Combining the basic installation obtained through the ISO image of a CentOS 6.5 Linux machine published in the Open-DAI website with modules published on the Open-DAI GitHub repository you can create the master machine. In the figure below is shown the installation pipeline.


In the following sections the automatic process of the master machine configuration is explained in details.

Puppet Master kickstart

The first stage of the Puppet Master VM creation is based on the ks.cfg configuration file available on GitHub or within the master machine ISO. With kickstart automated installation method, the administrator defines a basic configuration of the system, setting up the root user, the timezone, the network interface, and installing some packages such as openssh, wget, curl and acpid.

During this stage the /etc/odailock.lck file is generated in order to prevent that the initial set up scripts are executed again in case of virtual machine reboot.

After the execution of initial scripts, the configuration of the Open-DAI Puppet Master machine begins with the download of the bash script available on GitHub at:

Puppet Master installation

The second stage involves components required for specific features of the Puppet Master VM in the Open-DAI architecture.

The start-opendai function changes permissions of ssh keys, adds necessary repositories to install Puppet, MCollective, Zabbix and other core components, and then retrieve $userdata through the full-featured RESTful API of CloudStack. Below are available script lines that enable the latter operation:

log "Cloudstack stuff"
#First cloudstack recover virtual router IP
server_ip=$(cat /var/lib/dhclient/dhclient-eth0.leases | grep dhcp-server-identifier | tail -1| awk '{print $NF}' | tr '\;' ' ')
log "Cloudstsack virtual router" $server_ip2
userdata=$(curl http://$server_ip2/latest/user-data)
log "userdata:" $userdata

#transform userdata in env vars
eval $userdata

$userdata is a specific feature of the Open-DAI project that consists in a data structure associated with a CloudStack guest virtual machine that can be:

  1. used to set up the system of the virtual machine itself;
  2. loaded into a collection of custom Puppet facts.

$userdata is formatted as key/value pairs (one pair per line), therefore we can transform this data structure in a list of environment variables. For this reason we assume that in the script lines below $timezone is retrieved from $userdata and used to set up the time zone of the virtual machine:

# could be from Cloudstack or have to have a default value
if [[ -z "$timezone" ]]; then timezone='Rome'; fi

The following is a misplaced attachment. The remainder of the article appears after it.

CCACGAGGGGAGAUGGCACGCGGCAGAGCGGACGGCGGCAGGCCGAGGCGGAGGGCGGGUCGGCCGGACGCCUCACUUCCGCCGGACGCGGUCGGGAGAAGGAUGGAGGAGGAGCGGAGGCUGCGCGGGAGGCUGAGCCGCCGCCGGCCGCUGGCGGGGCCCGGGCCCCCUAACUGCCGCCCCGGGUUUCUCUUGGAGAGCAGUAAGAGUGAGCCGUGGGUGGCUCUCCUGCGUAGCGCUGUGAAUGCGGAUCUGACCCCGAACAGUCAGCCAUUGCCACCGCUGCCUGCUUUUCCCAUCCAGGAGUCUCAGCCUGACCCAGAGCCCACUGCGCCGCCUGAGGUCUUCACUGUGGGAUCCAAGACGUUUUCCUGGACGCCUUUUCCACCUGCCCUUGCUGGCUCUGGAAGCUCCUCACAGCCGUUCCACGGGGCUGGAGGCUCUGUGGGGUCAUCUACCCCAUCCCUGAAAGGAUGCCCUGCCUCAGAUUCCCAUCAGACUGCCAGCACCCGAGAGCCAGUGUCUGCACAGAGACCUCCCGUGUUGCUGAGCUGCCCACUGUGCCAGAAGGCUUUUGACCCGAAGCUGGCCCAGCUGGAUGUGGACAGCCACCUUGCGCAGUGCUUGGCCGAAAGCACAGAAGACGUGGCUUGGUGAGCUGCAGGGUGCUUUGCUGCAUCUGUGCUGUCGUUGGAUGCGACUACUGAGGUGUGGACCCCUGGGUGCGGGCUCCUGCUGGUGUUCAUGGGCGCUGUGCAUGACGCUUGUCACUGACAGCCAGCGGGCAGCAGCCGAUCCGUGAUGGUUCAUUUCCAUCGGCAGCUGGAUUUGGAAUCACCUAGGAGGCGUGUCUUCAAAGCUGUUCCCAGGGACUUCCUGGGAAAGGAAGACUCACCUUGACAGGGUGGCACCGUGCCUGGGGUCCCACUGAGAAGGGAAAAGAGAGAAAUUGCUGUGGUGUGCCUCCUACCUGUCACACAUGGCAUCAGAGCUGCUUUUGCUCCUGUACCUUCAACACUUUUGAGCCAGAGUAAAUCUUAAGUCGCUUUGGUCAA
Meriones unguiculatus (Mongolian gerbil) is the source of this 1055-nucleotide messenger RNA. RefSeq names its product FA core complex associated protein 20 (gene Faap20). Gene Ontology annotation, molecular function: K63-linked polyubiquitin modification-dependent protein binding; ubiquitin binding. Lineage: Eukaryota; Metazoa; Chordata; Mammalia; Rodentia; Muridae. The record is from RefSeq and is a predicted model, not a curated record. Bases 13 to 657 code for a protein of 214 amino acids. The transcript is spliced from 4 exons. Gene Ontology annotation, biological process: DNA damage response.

Loading $userdata into custom Puppet facts includes a different mechanism. “Facts” are a collection of information about the system, like operating system, Linux distribution, or MAC address, and Facter is a cross-platform library for retrieving these system facts.

Before requesting a catalog from the Puppet Master, the Puppet Node will run Facter to collect information about the system. The Puppet Master receives this information as facts, that can be used anywhere in the Puppet manifests as pre-set variables. Exploiting facts, Puppet decides, for instance, which tools to install or which configurations to apply on a specific Linux distribution.

For catalogs distribution Puppet can use both the built-in core facts and any custom facts in the manifests. As will be explained in the section “Puppet Node and the virtual machine role assignment”, a custom fact defined $role is used to understand the role of a virtual machine in the cloud environment with the aim to install appropriate tools.

At this stage some components are installed and configured. In details:

  • Network Time Protocol (NTP)
  • Fail2ban for security
  • Augeas
  • Apache
  • Postgresql (necessary for PuppetDB)
  • PHP

Then, the configuration of Puppet, PuppetDB, and MCollective begins. In this phase the script sets an autosign mechanism to automatically authenticate each Puppet Node that requests a specific catalog in the cloud environment. This operation is enabled by the following lines:

#create autosign.conf in /etc/puppet/
echo -e "*.$(if [[ -z "$(facter domain)" ]]; then echo "*"; else echo $(facter domain);fi)" > /etc/puppet/autosign.conf
log "edited autosign.conf"

# append in file /etc/puppet/auth.conf
############## GOES BEFORE last 2 rows
echo -e "path /facts\nauth any\nmethod find, search\nallow *" >> /etc/puppet/auth.conf
log "appended stuff in puppet/auth.conf"

Puppet environment

In order to set up Puppet environment, r10k_install.pp file is retrieved from GitHub at:

Environments are isolated groups of Puppet Nodes. A Puppet Master can serve each environment with completely different main manifests and module paths. In the Open-DAI architecture, the environment setting consists of two operation:

  1. download and copy in the Puppet Master directory the manifests to create and configures all the nodes of the cloud environment;
  2. download and copy the Hiera files, that provide a hierarchical representation of each node configuration.

The Puppet Master environment includes a “base” module that allows a dynamic creation of the virtual machines of the Open-DAI platform. Based on its specific role (defined in $role variable in case of Open-DAI or in the hostname in case of cloud environments that are not able to define and send the role attribute), the virtual machine receives a specific configuration.

As obvious, in order to automatically complete the initial set up of the Puppet Master VM, each Open-DAI installation uses default passwords. For these reasons a configuration script for changing the system passwords is provided and and can be launched during this stage. This configuration script is available on GitHub at: